May 24 marks precisely 200 years since the birth of Queen Victoria. The biographer and historian A. N. Wilson assesses her life, personality, marriage to Albert, her later years and her extraordinary impact on the nation.
Bismarck crudely, but accurately, described Coburg as the stud farm of Europe. Victoria and Albert’s grandmother Auguste had done her best to marry off her children — one daughter to a Grand Duke of Russia and one son, Leopold, to the heir to the throne of England, Princess Charlotte.
When Charlotte died in 1817, it was essential that someone could be found to place another Coburger on the throne of Britain. Another daughter, Victoire, who had been on the shortlist of second wives for Napoleon after he discarded Joséphine, was selected for the role and married the Duke of Kent, one of George III’s sons, in 1818.
Their only daughter, Victoria, was born in Kensington Palace on May 24, 1819. It was always as a Coburger, destined to marry her cousin Albert, that she was regarded both by her German relations and by the hostile English Court of William IV.
Sure enough, when Victoria and Albert were married, when scarcely out of their teens, Baron Christian von Stockmar, who had been the constant companion and adviser of Leopold and Charlotte, came back into the frame, urging Albert to become a sort of enlightened despot.
This was never going to happen quite as Stockmar imagined, but there was always an interesting tension between Victoria and Albert’s intense interest in the political process and the politicians’ desire to marginalise the monarchy or make it basically a ceremonial role.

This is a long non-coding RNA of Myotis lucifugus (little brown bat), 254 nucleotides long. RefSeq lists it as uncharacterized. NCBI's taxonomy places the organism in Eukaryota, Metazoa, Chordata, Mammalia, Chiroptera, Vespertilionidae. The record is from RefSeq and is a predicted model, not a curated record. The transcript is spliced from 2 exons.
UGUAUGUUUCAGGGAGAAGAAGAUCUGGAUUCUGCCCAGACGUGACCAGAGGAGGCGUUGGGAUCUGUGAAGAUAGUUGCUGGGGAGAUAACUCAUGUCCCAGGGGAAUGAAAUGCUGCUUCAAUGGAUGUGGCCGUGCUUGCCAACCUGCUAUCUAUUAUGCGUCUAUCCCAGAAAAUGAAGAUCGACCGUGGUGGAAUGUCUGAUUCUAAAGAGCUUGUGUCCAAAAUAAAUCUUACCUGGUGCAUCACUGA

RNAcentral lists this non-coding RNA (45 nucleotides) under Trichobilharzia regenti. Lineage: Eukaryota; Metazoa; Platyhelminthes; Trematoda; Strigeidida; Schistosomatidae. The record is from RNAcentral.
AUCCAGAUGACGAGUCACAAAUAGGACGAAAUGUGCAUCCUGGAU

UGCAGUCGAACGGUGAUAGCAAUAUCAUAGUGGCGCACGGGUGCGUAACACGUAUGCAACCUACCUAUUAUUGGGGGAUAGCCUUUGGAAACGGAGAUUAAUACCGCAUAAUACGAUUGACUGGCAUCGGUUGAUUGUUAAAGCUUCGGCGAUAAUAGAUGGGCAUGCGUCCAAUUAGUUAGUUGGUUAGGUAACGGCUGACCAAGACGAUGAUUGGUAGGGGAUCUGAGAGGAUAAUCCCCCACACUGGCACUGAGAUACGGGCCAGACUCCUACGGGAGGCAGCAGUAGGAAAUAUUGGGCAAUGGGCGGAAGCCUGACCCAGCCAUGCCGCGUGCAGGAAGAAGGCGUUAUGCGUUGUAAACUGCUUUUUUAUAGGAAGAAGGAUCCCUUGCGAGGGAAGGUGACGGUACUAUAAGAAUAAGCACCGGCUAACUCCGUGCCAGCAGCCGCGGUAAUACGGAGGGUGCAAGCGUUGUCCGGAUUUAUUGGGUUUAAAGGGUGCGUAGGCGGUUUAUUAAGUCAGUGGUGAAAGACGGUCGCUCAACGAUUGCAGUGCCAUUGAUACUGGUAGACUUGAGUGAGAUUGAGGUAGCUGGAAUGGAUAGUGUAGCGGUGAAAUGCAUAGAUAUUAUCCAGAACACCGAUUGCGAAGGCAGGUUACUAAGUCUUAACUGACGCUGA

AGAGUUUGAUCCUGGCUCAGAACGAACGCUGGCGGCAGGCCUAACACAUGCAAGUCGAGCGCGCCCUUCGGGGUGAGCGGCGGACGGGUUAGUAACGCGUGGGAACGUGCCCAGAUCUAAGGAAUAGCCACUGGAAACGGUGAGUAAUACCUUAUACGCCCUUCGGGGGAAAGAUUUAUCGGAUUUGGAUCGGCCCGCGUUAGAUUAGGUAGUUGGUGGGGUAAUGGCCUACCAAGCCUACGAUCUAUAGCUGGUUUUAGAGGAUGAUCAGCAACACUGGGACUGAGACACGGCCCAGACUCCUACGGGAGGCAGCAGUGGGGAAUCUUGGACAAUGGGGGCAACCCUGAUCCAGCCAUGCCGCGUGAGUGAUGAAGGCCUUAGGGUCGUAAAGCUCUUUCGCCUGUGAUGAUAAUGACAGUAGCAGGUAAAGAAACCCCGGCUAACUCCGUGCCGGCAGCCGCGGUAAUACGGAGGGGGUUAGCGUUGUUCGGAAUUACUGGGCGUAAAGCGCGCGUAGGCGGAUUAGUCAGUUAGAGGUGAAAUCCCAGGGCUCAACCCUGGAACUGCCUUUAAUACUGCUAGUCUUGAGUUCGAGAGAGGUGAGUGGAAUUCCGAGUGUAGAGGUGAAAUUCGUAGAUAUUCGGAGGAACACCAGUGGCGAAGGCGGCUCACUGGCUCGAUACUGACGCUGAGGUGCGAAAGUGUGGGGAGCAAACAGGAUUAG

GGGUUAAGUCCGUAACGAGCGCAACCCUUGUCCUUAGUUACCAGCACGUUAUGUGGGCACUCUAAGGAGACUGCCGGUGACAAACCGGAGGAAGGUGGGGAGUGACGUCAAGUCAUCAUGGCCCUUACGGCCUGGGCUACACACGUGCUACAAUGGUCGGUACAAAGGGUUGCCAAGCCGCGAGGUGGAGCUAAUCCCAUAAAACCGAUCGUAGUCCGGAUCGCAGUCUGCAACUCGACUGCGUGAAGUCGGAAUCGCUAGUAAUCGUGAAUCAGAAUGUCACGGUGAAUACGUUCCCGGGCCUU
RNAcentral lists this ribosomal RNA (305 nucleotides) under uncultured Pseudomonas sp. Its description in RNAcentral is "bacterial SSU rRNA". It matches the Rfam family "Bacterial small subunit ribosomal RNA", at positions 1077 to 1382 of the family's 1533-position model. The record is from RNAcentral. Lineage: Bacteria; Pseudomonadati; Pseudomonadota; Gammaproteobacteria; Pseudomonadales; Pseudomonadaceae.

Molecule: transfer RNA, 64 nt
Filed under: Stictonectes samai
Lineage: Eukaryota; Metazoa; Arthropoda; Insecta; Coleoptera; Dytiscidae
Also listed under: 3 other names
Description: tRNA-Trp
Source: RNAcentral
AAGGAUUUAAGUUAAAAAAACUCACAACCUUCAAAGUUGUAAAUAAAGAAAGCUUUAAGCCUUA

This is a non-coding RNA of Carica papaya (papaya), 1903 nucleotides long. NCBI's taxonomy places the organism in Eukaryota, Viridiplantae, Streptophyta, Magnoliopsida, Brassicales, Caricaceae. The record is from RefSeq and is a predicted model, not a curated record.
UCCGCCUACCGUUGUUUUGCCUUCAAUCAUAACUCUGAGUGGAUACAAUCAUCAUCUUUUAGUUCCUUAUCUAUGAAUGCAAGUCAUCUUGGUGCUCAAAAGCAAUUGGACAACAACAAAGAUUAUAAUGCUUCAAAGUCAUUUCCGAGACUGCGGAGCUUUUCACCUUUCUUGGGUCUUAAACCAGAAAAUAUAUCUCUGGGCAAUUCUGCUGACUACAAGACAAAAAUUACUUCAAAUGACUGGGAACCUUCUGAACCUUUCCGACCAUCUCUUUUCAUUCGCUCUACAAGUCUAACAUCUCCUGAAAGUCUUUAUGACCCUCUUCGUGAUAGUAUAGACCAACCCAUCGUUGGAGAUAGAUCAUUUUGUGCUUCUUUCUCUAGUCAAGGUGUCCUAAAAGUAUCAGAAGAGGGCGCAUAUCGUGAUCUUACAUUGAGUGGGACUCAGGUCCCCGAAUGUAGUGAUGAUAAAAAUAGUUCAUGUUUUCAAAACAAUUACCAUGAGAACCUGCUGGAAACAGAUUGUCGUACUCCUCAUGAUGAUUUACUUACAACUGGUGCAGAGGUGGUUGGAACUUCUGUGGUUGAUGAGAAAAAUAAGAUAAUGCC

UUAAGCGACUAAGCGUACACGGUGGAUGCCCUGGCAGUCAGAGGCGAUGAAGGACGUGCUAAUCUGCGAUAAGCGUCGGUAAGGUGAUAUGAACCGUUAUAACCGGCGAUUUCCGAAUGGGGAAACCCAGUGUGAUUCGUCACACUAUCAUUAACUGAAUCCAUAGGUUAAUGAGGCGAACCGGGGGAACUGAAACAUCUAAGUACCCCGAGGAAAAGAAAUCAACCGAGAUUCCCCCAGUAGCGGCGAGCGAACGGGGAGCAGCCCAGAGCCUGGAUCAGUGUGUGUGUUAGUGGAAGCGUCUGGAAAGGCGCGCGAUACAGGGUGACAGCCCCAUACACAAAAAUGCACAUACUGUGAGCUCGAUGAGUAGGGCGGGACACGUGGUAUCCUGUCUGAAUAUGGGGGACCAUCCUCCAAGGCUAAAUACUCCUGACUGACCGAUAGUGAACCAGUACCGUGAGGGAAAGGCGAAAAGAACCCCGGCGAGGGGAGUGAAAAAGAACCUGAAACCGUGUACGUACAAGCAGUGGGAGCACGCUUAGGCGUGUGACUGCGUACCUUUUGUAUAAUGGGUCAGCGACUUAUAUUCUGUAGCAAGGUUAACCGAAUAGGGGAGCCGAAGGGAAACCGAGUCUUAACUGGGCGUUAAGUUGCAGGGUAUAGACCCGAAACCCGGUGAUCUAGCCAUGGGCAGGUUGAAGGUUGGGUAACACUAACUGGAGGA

As is well known, after 22 years of marriage, Victoria was left a widow and had to spend the following 40 years essentially on her own. For the whole of this period, she was very much alone among the world leaders, alone among the British Establishment, the sole woman in the corridors of power.
In the latter years of her marriage, she had relied upon Albert for everything — he had even decided what clothes she should wear each morning. Although she had resisted it at first, he had developed more and more political influence, even if he didn’t have executive power. Disraeli said Albert had been ‘king in all but name’ when he died on December 14, 1861.
From the depths of heartbreak, Victoria managed to surface and to compel herself to carry out what duties were emotionally and physically possible. A key factor in her emotional recovery was her friendship with Albert’s Highland gillie, John Brown. Quite what this friendship was, no one knows. Norman Macleod, the Minister at Crathie Church near Balmoral, told his sister that he had performed a wedding ceremony for them, but no one would ever replace Prince Albert, the ‘Angel’, in her affections or esteem.
Victoria frequently referred to her husband as an angel both before and after he died. There is no doubting the sincerity of her love for him, but there was one great deficiency in the relationship. Whereas Victoria’s sense of humour was very pronounced, Albert did not possess one, although he did have a sense of fun. All Victoria’s intimates — Lord Melborne, John Brown, Lord Rosebery, Disraeli — are conspicuous for their marked sense of humour.
One of the things the Court and the royal children detested about the relationship with Brown was that the Queen and her friend were so often to be seen roaring with laughter, particularly when whisky had been consumed.